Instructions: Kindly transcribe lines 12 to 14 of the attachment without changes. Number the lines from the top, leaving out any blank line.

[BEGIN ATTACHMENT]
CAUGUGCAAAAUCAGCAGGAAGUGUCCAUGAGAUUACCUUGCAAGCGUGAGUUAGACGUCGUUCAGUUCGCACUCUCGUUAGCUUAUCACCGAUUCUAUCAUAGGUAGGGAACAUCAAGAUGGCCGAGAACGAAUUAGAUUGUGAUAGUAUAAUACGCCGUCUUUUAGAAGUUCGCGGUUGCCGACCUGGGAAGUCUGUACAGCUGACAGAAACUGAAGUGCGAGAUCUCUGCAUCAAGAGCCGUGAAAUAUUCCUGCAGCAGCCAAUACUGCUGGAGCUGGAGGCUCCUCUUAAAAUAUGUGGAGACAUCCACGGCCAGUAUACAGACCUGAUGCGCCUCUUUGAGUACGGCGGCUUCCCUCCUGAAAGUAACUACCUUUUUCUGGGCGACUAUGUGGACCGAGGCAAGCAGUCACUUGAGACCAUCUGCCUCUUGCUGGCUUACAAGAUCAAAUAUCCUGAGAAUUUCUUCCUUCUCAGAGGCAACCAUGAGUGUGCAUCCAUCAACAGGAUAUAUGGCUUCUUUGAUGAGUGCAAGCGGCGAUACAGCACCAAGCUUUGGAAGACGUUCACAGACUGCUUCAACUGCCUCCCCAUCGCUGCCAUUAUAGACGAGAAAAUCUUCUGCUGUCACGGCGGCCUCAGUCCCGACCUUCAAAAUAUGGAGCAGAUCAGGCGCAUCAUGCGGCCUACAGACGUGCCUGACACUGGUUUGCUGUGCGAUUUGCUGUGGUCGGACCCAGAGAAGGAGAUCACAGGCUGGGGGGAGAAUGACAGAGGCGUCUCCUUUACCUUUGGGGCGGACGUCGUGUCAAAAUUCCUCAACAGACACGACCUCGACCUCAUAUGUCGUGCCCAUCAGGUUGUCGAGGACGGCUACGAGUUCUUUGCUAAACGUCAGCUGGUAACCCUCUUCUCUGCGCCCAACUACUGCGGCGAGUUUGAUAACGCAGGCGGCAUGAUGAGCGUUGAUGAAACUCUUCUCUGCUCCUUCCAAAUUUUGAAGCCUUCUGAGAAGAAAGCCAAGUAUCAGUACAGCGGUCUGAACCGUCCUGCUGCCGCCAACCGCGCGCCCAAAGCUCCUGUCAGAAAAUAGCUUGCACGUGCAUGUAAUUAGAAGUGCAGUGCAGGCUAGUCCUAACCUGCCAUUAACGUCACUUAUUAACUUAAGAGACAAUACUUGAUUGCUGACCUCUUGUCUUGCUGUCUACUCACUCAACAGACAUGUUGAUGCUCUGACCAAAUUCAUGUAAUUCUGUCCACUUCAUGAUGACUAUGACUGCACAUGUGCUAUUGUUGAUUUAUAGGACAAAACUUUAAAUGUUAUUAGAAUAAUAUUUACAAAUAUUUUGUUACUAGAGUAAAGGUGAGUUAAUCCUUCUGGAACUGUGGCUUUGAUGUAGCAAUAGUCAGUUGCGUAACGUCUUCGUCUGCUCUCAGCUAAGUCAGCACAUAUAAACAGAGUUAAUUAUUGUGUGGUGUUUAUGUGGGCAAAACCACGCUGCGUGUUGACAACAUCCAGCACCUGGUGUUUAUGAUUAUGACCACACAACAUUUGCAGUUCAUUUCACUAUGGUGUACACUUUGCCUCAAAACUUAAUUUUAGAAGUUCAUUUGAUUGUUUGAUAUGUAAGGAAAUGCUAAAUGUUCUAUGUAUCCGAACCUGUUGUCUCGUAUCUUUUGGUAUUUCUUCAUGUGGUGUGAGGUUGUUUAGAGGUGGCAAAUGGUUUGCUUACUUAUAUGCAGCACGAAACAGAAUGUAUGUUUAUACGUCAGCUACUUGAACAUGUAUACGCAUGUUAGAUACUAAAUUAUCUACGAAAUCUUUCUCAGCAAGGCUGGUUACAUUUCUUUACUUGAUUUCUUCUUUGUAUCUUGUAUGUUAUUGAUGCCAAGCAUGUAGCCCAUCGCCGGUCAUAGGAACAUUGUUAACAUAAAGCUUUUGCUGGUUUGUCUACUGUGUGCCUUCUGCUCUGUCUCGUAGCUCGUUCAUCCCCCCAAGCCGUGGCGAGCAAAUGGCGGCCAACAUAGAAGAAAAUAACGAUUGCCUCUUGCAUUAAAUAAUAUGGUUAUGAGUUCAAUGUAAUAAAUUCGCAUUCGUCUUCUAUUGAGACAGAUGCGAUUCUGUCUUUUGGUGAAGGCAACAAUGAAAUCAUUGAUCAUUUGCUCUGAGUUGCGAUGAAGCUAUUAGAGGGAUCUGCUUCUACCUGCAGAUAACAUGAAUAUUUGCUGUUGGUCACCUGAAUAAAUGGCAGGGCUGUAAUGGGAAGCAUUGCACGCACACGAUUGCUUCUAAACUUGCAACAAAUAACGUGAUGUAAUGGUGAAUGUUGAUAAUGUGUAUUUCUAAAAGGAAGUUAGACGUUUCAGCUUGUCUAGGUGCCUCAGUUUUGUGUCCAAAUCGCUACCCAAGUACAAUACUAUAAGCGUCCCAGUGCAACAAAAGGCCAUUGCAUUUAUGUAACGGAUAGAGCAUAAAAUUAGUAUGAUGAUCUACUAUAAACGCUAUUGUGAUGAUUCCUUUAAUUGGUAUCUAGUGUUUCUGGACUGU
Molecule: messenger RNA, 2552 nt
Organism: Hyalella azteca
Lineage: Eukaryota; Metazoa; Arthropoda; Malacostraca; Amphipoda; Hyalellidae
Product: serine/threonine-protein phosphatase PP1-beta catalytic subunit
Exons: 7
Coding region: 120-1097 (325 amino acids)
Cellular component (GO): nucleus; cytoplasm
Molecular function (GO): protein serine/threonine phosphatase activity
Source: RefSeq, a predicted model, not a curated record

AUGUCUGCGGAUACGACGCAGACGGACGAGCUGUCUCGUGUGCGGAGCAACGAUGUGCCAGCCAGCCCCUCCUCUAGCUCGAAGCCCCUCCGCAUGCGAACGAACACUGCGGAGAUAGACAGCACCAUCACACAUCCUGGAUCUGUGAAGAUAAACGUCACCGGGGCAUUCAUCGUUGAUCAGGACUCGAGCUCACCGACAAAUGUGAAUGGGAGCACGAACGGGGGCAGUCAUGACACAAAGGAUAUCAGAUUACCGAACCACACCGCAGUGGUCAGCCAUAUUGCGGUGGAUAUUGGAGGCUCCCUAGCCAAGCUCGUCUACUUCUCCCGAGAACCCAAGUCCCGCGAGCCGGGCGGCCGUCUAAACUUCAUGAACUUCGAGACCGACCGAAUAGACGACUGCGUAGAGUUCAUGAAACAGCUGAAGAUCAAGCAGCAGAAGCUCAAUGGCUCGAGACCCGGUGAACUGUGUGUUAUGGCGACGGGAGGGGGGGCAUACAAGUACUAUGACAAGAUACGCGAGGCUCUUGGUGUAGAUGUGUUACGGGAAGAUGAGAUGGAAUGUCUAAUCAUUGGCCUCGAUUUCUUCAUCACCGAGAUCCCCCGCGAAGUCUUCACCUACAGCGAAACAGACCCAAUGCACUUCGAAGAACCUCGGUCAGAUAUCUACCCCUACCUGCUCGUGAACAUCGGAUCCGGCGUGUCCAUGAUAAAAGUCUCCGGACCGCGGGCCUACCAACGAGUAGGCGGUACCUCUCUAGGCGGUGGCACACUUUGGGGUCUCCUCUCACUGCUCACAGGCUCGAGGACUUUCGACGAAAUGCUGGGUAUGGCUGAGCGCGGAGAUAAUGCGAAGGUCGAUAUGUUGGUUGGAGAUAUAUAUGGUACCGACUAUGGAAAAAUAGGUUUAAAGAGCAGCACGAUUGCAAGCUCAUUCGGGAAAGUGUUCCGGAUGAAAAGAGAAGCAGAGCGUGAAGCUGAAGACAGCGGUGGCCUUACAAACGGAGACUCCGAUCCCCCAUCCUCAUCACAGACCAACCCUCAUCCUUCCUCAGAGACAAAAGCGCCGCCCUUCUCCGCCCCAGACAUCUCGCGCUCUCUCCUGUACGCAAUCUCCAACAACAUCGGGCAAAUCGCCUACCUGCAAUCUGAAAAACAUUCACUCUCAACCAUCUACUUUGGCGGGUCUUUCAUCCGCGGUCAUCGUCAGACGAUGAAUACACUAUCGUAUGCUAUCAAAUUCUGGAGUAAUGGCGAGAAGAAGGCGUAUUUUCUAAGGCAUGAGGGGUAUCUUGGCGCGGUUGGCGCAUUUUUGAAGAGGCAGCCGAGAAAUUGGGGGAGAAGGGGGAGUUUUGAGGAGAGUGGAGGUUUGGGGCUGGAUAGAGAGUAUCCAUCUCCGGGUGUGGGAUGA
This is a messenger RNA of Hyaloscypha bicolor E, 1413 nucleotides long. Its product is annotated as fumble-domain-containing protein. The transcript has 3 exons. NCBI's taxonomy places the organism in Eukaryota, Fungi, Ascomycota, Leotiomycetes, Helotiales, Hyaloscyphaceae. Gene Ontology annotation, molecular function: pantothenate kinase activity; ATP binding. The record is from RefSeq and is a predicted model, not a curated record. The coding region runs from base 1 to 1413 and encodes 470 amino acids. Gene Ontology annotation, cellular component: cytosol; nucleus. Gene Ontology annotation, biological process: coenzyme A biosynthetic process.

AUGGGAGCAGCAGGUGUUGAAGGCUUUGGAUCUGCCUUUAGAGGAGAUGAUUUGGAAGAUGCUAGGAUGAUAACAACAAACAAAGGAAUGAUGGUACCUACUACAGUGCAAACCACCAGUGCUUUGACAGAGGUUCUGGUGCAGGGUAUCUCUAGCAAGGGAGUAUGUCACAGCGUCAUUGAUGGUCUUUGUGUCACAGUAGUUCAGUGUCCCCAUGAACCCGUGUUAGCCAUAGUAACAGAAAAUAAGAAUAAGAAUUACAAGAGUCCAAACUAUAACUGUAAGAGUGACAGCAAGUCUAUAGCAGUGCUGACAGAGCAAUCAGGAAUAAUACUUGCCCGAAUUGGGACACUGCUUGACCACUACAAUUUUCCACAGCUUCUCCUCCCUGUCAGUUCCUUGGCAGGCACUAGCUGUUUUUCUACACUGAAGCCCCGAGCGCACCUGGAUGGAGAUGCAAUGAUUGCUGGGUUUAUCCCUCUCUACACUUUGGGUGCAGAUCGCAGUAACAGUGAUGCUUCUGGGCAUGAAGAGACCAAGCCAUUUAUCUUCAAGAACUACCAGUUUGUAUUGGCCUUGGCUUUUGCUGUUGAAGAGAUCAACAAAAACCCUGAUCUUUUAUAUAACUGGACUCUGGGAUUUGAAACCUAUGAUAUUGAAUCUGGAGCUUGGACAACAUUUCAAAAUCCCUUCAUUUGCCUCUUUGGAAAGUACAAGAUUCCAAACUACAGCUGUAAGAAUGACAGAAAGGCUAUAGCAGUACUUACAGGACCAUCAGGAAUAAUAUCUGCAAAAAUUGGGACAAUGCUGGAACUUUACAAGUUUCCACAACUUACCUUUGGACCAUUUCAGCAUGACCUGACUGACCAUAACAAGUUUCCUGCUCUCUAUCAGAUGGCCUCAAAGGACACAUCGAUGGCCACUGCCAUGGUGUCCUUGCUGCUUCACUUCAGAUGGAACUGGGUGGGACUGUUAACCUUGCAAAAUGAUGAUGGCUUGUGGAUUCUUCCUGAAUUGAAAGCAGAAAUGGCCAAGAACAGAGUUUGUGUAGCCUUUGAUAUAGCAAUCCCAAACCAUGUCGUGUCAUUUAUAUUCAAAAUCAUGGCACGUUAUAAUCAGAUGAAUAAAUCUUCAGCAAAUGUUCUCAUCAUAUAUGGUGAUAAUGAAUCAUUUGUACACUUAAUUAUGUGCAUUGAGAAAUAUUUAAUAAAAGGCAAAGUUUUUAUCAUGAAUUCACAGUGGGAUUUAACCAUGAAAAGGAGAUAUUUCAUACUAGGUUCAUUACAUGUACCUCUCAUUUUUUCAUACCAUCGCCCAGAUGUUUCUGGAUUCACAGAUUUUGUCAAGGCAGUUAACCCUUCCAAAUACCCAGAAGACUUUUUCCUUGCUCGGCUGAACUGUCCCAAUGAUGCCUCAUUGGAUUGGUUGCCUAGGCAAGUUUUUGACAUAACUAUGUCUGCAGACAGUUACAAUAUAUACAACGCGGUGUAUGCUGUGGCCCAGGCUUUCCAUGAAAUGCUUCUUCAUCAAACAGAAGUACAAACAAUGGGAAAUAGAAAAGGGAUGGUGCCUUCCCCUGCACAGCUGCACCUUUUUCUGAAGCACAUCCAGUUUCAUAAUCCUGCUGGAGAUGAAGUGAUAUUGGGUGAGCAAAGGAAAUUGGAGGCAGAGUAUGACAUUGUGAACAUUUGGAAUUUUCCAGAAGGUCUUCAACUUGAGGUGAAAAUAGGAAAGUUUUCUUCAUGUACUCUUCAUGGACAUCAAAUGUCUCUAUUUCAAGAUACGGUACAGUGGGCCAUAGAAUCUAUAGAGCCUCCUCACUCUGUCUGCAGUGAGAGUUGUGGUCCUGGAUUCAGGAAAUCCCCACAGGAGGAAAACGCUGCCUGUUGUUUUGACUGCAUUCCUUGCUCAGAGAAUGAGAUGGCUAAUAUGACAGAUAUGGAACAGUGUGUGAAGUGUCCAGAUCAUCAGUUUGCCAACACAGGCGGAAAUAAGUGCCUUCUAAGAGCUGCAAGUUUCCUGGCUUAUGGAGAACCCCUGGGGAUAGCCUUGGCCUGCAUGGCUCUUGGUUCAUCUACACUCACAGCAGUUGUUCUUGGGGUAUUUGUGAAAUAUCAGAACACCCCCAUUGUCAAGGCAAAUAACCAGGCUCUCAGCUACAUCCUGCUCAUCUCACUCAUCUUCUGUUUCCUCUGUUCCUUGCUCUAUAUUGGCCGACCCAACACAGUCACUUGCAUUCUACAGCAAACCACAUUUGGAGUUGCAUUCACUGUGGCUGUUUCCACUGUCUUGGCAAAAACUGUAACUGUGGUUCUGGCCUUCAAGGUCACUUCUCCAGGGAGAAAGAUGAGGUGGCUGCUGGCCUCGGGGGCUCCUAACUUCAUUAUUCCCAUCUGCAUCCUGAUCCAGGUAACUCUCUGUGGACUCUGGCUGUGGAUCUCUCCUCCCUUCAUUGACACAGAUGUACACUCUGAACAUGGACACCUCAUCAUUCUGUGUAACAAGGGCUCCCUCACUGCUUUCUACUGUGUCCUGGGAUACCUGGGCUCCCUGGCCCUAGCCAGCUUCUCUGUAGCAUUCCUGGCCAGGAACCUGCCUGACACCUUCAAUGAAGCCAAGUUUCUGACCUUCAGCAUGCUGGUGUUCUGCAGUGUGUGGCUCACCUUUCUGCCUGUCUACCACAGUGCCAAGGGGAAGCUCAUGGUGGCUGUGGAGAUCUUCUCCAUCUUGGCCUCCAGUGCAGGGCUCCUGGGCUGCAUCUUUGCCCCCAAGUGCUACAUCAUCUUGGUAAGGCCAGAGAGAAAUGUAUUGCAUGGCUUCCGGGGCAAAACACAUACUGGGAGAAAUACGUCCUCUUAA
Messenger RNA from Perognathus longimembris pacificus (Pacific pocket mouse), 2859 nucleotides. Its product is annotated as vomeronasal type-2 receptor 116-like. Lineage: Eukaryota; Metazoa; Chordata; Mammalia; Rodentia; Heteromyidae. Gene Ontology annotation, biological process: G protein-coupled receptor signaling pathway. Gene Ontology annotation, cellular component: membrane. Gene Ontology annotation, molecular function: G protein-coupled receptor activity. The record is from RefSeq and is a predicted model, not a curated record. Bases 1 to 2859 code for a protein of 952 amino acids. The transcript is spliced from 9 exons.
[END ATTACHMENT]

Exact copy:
This is a messenger RNA of Hyaloscypha bicolor E, 1413 nucleotides long. Its product is annotated as fumble-domain-containing protein. The transcript has 3 exons. NCBI's taxonomy places the organism in Eukaryota, Fungi, Ascomycota, Leotiomycetes, Helotiales, Hyaloscyphaceae. Gene Ontology annotation, molecular function: pantothenate kinase activity; ATP binding. The record is from RefSeq and is a predicted model, not a curated record. The coding region runs from base 1 to 1413 and encodes 470 amino acids. Gene Ontology annotation, cellular component: cytosol; nucleus. Gene Ontology annotation, biological process: coenzyme A biosynthetic process.

AUGGGAGCAGCAGGUGUUGAAGGCUUUGGAUCUGCCUUUAGAGGAGAUGAUUUGGAAGAUGCUAGGAUGAUAACAACAAACAAAGGAAUGAUGGUACCUACUACAGUGCAAACCACCAGUGCUUUGACAGAGGUUCUGGUGCAGGGUAUCUCUAGCAAGGGAGUAUGUCACAGCGUCAUUGAUGGUCUUUGUGUCACAGUAGUUCAGUGUCCCCAUGAACCCGUGUUAGCCAUAGUAACAGAAAAUAAGAAUAAGAAUUACAAGAGUCCAAACUAUAACUGUAAGAGUGACAGCAAGUCUAUAGCAGUGCUGACAGAGCAAUCAGGAAUAAUACUUGCCCGAAUUGGGACACUGCUUGACCACUACAAUUUUCCACAGCUUCUCCUCCCUGUCAGUUCCUUGGCAGGCACUAGCUGUUUUUCUACACUGAAGCCCCGAGCGCACCUGGAUGGAGAUGCAAUGAUUGCUGGGUUUAUCCCUCUCUACACUUUGGGUGCAGAUCGCAGUAACAGUGAUGCUUCUGGGCAUGAAGAGACCAAGCCAUUUAUCUUCAAGAACUACCAGUUUGUAUUGGCCUUGGCUUUUGCUGUUGAAGAGAUCAACAAAAACCCUGAUCUUUUAUAUAACUGGACUCUGGGAUUUGAAACCUAUGAUAUUGAAUCUGGAGCUUGGACAACAUUUCAAAAUCCCUUCAUUUGCCUCUUUGGAAAGUACAAGAUUCCAAACUACAGCUGUAAGAAUGACAGAAAGGCUAUAGCAGUACUUACAGGACCAUCAGGAAUAAUAUCUGCAAAAAUUGGGACAAUGCUGGAACUUUACAAGUUUCCACAACUUACCUUUGGACCAUUUCAGCAUGACCUGACUGACCAUAACAAGUUUCCUGCUCUCUAUCAGAUGGCCUCAAAGGACACAUCGAUGGCCACUGCCAUGGUGUCCUUGCUGCUUCACUUCAGAUGGAACUGGGUGGGACUGUUAACCUUGCAAAAUGAUGAUGGCUUGUGGAUUCUUCCUGAAUUGAAAGCAGAAAUGGCCAAGAACAGAGUUUGUGUAGCCUUUGAUAUAGCAAUCCCAAACCAUGUCGUGUCAUUUAUAUUCAAAAUCAUGGCACGUUAUAAUCAGAUGAAUAAAUCUUCAGCAAAUGUUCUCAUCAUAUAUGGUGAUAAUGAAUCAUUUGUACACUUAAUUAUGUGCAUUGAGAAAUAUUUAAUAAAAGGCAAAGUUUUUAUCAUGAAUUCACAGUGGGAUUUAACCAUGAAAAGGAGAUAUUUCAUACUAGGUUCAUUACAUGUACCUCUCAUUUUUUCAUACCAUCGCCCAGAUGUUUCUGGAUUCACAGAUUUUGUCAAGGCAGUUAACCCUUCCAAAUACCCAGAAGACUUUUUCCUUGCUCGGCUGAACUGUCCCAAUGAUGCCUCAUUGGAUUGGUUGCCUAGGCAAGUUUUUGACAUAACUAUGUCUGCAGACAGUUACAAUAUAUACAACGCGGUGUAUGCUGUGGCCCAGGCUUUCCAUGAAAUGCUUCUUCAUCAAACAGAAGUACAAACAAUGGGAAAUAGAAAAGGGAUGGUGCCUUCCCCUGCACAGCUGCACCUUUUUCUGAAGCACAUCCAGUUUCAUAAUCCUGCUGGAGAUGAAGUGAUAUUGGGUGAGCAAAGGAAAUUGGAGGCAGAGUAUGACAUUGUGAACAUUUGGAAUUUUCCAGAAGGUCUUCAACUUGAGGUGAAAAUAGGAAAGUUUUCUUCAUGUACUCUUCAUGGACAUCAAAUGUCUCUAUUUCAAGAUACGGUACAGUGGGCCAUAGAAUCUAUAGAGCCUCCUCACUCUGUCUGCAGUGAGAGUUGUGGUCCUGGAUUCAGGAAAUCCCCACAGGAGGAAAACGCUGCCUGUUGUUUUGACUGCAUUCCUUGCUCAGAGAAUGAGAUGGCUAAUAUGACAGAUAUGGAACAGUGUGUGAAGUGUCCAGAUCAUCAGUUUGCCAACACAGGCGGAAAUAAGUGCCUUCUAAGAGCUGCAAGUUUCCUGGCUUAUGGAGAACCCCUGGGGAUAGCCUUGGCCUGCAUGGCUCUUGGUUCAUCUACACUCACAGCAGUUGUUCUUGGGGUAUUUGUGAAAUAUCAGAACACCCCCAUUGUCAAGGCAAAUAACCAGGCUCUCAGCUACAUCCUGCUCAUCUCACUCAUCUUCUGUUUCCUCUGUUCCUUGCUCUAUAUUGGCCGACCCAACACAGUCACUUGCAUUCUACAGCAAACCACAUUUGGAGUUGCAUUCACUGUGGCUGUUUCCACUGUCUUGGCAAAAACUGUAACUGUGGUUCUGGCCUUCAAGGUCACUUCUCCAGGGAGAAAGAUGAGGUGGCUGCUGGCCUCGGGGGCUCCUAACUUCAUUAUUCCCAUCUGCAUCCUGAUCCAGGUAACUCUCUGUGGACUCUGGCUGUGGAUCUCUCCUCCCUUCAUUGACACAGAUGUACACUCUGAACAUGGACACCUCAUCAUUCUGUGUAACAAGGGCUCCCUCACUGCUUUCUACUGUGUCCUGGGAUACCUGGGCUCCCUGGCCCUAGCCAGCUUCUCUGUAGCAUUCCUGGCCAGGAACCUGCCUGACACCUUCAAUGAAGCCAAGUUUCUGACCUUCAGCAUGCUGGUGUUCUGCAGUGUGUGGCUCACCUUUCUGCCUGUCUACCACAGUGCCAAGGGGAAGCUCAUGGUGGCUGUGGAGAUCUUCUCCAUCUUGGCCUCCAGUGCAGGGCUCCUGGGCUGCAUCUUUGCCCCCAAGUGCUACAUCAUCUUGGUAAGGCCAGAGAGAAAUGUAUUGCAUGGCUUCCGGGGCAAAACACAUACUGGGAGAAAUACGUCCUCUUAA
Messenger RNA from Perognathus longimembris pacificus (Pacific pocket mouse), 2859 nucleotides. Its product is annotated as vomeronasal type-2 receptor 116-like. Lineage: Eukaryota; Metazoa; Chordata; Mammalia; Rodentia; Heteromyidae. Gene Ontology annotation, biological process: G protein-coupled receptor signaling pathway. Gene Ontology annotation, cellular component: membrane. Gene Ontology annotation, molecular function: G protein-coupled receptor activity. The record is from RefSeq and is a predicted model, not a curated record. Bases 1 to 2859 code for a protein of 952 amino acids. The transcript is spliced from 9 exons.